Throughout a millennium, until the 19th century, the city got rich through selling salt, which was obtained by “evaporating” – boiling salt water. It was not water from the sea, but from brine flowing out intrinsically from underground springs. Because of its high price called “white gold”, the salt from Kołobrzeg was exported to the most remote corners of Europe. In the second half of the 19th century, the salt works of Kołobrzeg went bankrupt due to the competition of cheaper salt from England and the German town of Lunenburg. Brine is still used in sanatoriums for salt water gymnastics and for production of a regional product called “Ogórek Kołobrzeski” [Cucumber from Kołobrzeg]. Apart from brine, also a therapeutic peat is extracted there.
The history of the city is told by graphic symbols of the Kołobrzeg’s coat of arms. It is an escutcheon divided vertically into two parts. The upper left field shows tools for salt evaporating: hooks and a large rectangular pan for boiling brine. Under them, there is a contour of defensive walls, which is to symbolize the importance of Kołobrzeg as a castellan harbour city and a fortress. At the bottom, there are two white swans swimming on the waves – a symbol of merchants and sailors of Kołobrzeg.
The right part of the coat of arms presents the symbols of bishop’s authority – a mitre and pastoral staffs. Kołobrzeg was a seat of a bishopric already in 1000. In 1973, its importance was appreciated again, and since then, it has been the second capital of the diocese of Koszalin and Kołobrzeg, established in that year.
Exploring the charms of Kołobrzeg is made easier by the fact that the city is divided into eastern and western part – the point of reference is the Parsęta River, which flows in the area of the city from the south and ends its course in the harbour. Tourist infrastructure and hotel and health resort base are developed better on the eastern side of the river. It is where the city centre is situated. The quarters on the other side of the river have not less beautiful beach and a park, but, apart from them, there is less attractions there. Tourists can use private rooms and boarding houses there; this is also a place where service companies, wholesale stores, and fishing industry are located.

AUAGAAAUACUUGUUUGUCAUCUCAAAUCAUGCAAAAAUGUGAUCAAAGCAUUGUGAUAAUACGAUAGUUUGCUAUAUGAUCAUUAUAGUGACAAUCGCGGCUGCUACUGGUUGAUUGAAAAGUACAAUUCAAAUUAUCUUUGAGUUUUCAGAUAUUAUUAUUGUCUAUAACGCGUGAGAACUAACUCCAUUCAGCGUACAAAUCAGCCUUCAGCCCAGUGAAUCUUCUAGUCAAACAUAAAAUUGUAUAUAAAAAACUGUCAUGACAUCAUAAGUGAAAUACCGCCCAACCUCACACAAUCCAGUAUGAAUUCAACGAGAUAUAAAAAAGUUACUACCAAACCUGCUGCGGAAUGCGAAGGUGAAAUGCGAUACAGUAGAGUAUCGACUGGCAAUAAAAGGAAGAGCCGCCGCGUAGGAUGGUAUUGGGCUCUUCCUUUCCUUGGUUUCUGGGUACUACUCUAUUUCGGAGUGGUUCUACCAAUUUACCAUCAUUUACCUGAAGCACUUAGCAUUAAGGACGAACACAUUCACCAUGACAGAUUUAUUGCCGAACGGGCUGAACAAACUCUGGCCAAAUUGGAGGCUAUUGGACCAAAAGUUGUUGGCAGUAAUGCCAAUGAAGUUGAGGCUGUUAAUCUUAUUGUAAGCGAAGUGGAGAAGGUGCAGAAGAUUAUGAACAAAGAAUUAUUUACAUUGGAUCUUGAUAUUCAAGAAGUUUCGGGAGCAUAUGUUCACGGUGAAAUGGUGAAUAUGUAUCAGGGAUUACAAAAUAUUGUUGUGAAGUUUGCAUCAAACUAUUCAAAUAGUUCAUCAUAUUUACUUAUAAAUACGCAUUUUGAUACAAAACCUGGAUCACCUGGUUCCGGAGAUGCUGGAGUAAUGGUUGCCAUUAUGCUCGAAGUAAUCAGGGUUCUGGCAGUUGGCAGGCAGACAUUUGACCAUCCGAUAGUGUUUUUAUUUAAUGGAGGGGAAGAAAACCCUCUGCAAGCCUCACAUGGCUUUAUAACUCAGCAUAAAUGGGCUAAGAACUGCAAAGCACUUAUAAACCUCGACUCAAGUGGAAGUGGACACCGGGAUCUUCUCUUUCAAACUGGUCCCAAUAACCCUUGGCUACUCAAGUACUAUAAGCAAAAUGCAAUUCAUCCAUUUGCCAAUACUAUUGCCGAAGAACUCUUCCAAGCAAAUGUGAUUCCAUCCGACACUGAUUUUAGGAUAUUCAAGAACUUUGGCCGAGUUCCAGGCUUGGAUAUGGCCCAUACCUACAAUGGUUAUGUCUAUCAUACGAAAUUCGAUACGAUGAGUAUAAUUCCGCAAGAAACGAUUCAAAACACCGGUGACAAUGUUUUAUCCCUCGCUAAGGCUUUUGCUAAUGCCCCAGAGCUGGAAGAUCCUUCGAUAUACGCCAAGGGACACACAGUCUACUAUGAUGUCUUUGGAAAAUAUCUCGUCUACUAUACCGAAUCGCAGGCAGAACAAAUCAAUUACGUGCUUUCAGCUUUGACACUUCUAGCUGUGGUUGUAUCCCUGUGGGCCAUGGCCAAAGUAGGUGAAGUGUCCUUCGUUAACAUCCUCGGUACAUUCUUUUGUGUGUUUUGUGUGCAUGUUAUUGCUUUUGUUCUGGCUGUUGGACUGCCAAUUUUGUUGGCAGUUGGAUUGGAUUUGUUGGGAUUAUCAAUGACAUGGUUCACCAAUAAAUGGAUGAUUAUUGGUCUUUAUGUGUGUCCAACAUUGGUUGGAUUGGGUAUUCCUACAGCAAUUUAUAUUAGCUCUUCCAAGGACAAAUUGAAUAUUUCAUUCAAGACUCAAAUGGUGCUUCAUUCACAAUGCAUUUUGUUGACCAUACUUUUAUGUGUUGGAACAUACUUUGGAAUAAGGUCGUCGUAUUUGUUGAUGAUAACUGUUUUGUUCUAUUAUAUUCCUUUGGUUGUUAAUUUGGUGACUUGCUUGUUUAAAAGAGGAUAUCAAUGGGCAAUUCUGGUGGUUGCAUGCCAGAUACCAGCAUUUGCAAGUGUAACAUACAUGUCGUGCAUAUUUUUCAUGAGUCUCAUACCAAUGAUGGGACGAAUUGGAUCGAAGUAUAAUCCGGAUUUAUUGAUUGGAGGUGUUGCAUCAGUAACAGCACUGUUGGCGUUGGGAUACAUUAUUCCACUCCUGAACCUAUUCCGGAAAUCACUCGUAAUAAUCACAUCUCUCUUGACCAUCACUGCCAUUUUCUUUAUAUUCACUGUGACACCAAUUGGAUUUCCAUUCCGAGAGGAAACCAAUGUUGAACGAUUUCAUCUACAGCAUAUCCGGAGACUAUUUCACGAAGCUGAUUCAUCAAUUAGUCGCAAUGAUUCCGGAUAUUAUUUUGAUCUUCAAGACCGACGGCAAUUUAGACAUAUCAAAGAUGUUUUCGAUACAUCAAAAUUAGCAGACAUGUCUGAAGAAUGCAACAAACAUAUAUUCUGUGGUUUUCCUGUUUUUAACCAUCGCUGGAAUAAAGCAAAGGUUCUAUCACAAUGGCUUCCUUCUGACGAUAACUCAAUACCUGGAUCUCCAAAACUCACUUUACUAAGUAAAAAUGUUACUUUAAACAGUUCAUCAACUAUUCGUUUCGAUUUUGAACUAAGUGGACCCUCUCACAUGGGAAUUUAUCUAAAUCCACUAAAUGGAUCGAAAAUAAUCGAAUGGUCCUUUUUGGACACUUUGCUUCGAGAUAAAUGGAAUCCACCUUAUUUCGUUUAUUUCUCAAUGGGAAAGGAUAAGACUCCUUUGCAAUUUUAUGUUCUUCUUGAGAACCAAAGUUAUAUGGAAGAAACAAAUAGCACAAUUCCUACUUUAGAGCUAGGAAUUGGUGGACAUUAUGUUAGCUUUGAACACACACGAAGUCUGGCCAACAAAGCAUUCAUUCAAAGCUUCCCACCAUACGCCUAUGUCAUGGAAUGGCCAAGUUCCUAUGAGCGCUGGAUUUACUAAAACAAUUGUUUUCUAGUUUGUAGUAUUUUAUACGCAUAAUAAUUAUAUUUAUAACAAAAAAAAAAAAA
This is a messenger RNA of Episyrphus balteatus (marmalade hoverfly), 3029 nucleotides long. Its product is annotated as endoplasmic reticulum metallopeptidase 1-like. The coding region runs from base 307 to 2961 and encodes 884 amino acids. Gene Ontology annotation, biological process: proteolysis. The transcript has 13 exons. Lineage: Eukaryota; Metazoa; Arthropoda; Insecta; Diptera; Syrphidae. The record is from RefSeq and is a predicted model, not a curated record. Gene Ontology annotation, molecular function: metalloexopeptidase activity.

Kołobrzeg does not hibernate during winter. Holidaymakers are replaced by health resort patients; the economy of the city receives a new boost of energy. Treatment facilities are in full swing, children go back to the “Słoneczko” sanatorium after a summer holiday break. In autumns, only some of fried food stands and cafes are closed, a part of accommodation places is closed – especially private rooms, but the majority of holiday resorts, hotels, and sanatoriums is open throughout the entire year.
Categories of visitors change to the rhythm of seasons. In summer, most of them are happy holidaymakers and families with children. The special time is the last weekend of July. Since 2004, the “Sunrise Festival” takes place then. It is an annual club music festival, well-known throughout Europe among enthusiasts of such a music genre. The festival attracts even 30 thousand young people. The rest of the year is dominated by health resort visitors. There are periods, especially in May, June, and September, when German visitors come in great numbers – they can be met during strolls, in shops, cafes, restaurants, chemist’s shops, and – for example – in dentist’s offices and beauty parlours. There are various reasons for visiting Kołobrzeg, not only just sightseeing and climate.
The number of permanent residents as well as of investors in the real estate sector is constantly increasing. A relatively new phenomenon is purchasing flats in Kołobrzeg by people who want to create there a place where they can take a rest during several weeks in the year, most frequently during the summer, and in the remaining months, they offer their rooms for rent.
It is not a coincidence that access roads to Kołobrzeg are jammed in less sunny days. Then, it is best visible that the city rises above the mediocrity as a regional centre of entertainment, sport, and trade. While the expectations of holidaymakers craving for suntan can be met by the sun in every place on the Baltic seaside – a patch of a beach is enough then – they go to Kołobrzeg from smaller tourist centres, driving dozens of kilometres, when the weather makes it impossible to lie on the beach. In Kołobrzeg, one can spend time in an interesting way regardless of the weather. This is worth remembering when planning to visit Kołobrzeg in the summertime: when the sun shines, it is very easy to reach the city and move around it; when there is no sun – the city gets crowded, because holidaymakers get in their cars and there are… everywhere.